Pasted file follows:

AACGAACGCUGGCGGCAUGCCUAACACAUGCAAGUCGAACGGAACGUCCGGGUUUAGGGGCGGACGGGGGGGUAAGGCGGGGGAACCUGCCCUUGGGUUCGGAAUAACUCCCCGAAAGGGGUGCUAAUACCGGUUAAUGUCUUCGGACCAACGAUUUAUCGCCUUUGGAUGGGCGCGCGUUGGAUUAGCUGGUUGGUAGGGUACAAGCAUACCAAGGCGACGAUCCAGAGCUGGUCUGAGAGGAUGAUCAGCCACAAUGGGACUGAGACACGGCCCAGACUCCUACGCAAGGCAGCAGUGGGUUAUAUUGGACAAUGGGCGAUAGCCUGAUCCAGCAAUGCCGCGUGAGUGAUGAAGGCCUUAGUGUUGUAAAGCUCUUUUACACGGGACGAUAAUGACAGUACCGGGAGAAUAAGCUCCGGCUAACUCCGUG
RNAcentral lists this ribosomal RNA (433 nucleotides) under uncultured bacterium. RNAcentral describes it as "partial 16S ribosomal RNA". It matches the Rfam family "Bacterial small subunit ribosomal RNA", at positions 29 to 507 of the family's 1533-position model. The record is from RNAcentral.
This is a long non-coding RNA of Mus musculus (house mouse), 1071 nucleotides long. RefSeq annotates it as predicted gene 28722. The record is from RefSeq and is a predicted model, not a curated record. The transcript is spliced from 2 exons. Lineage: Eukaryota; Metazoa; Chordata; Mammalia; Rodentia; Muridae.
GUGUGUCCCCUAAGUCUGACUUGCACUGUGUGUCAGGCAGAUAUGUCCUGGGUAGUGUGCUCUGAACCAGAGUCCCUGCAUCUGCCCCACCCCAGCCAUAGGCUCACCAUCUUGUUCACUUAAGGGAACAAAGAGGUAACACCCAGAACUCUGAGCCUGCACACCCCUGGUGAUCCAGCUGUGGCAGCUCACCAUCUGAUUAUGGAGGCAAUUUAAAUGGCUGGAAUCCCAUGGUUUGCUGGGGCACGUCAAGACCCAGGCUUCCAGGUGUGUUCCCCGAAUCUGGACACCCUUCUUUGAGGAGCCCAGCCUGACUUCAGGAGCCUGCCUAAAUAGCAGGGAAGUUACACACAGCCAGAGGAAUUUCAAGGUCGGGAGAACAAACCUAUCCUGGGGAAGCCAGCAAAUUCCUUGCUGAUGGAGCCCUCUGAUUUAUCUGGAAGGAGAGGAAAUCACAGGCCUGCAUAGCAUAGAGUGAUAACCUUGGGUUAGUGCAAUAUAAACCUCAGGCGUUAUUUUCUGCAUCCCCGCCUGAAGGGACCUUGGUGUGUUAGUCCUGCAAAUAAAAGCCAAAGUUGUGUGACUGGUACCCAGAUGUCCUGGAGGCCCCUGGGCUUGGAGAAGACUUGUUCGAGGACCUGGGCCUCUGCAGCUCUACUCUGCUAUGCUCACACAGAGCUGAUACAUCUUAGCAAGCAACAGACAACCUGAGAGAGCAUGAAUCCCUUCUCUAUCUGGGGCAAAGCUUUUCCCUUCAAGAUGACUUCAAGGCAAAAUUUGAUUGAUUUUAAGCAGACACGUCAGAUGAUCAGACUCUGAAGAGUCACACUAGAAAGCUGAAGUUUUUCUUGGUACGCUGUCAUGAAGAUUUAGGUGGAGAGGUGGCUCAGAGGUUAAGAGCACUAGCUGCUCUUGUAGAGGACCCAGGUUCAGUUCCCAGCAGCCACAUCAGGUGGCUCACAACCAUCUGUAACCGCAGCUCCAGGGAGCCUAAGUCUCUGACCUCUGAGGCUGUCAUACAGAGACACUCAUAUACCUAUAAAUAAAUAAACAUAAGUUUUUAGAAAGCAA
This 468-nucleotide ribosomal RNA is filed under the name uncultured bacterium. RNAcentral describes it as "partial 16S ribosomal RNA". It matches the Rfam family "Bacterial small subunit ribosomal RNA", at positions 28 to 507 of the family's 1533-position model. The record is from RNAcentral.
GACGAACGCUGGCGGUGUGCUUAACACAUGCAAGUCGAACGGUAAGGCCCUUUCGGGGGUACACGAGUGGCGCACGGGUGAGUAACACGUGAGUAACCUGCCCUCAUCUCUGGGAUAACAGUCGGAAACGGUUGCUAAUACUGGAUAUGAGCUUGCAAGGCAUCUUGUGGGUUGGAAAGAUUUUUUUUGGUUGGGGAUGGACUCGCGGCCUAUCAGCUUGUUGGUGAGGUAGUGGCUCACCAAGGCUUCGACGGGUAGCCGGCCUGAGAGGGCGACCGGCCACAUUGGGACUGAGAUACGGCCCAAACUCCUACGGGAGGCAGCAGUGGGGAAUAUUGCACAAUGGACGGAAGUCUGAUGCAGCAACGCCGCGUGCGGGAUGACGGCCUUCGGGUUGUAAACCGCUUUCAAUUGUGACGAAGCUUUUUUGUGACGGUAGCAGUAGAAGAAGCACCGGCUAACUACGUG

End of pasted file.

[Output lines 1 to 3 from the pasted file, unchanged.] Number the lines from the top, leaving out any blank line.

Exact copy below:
AACGAACGCUGGCGGCAUGCCUAACACAUGCAAGUCGAACGGAACGUCCGGGUUUAGGGGCGGACGGGGGGGUAAGGCGGGGGAACCUGCCCUUGGGUUCGGAAUAACUCCCCGAAAGGGGUGCUAAUACCGGUUAAUGUCUUCGGACCAACGAUUUAUCGCCUUUGGAUGGGCGCGCGUUGGAUUAGCUGGUUGGUAGGGUACAAGCAUACCAAGGCGACGAUCCAGAGCUGGUCUGAGAGGAUGAUCAGCCACAAUGGGACUGAGACACGGCCCAGACUCCUACGCAAGGCAGCAGUGGGUUAUAUUGGACAAUGGGCGAUAGCCUGAUCCAGCAAUGCCGCGUGAGUGAUGAAGGCCUUAGUGUUGUAAAGCUCUUUUACACGGGACGAUAAUGACAGUACCGGGAGAAUAAGCUCCGGCUAACUCCGUG
RNAcentral lists this ribosomal RNA (433 nucleotides) under uncultured bacterium. RNAcentral describes it as "partial 16S ribosomal RNA". It matches the Rfam family "Bacterial small subunit ribosomal RNA", at positions 29 to 507 of the family's 1533-position model. The record is from RNAcentral.
This is a long non-coding RNA of Mus musculus (house mouse), 1071 nucleotides long. RefSeq annotates it as predicted gene 28722. The record is from RefSeq and is a predicted model, not a curated record. The transcript is spliced from 2 exons. Lineage: Eukaryota; Metazoa; Chordata; Mammalia; Rodentia; Muridae.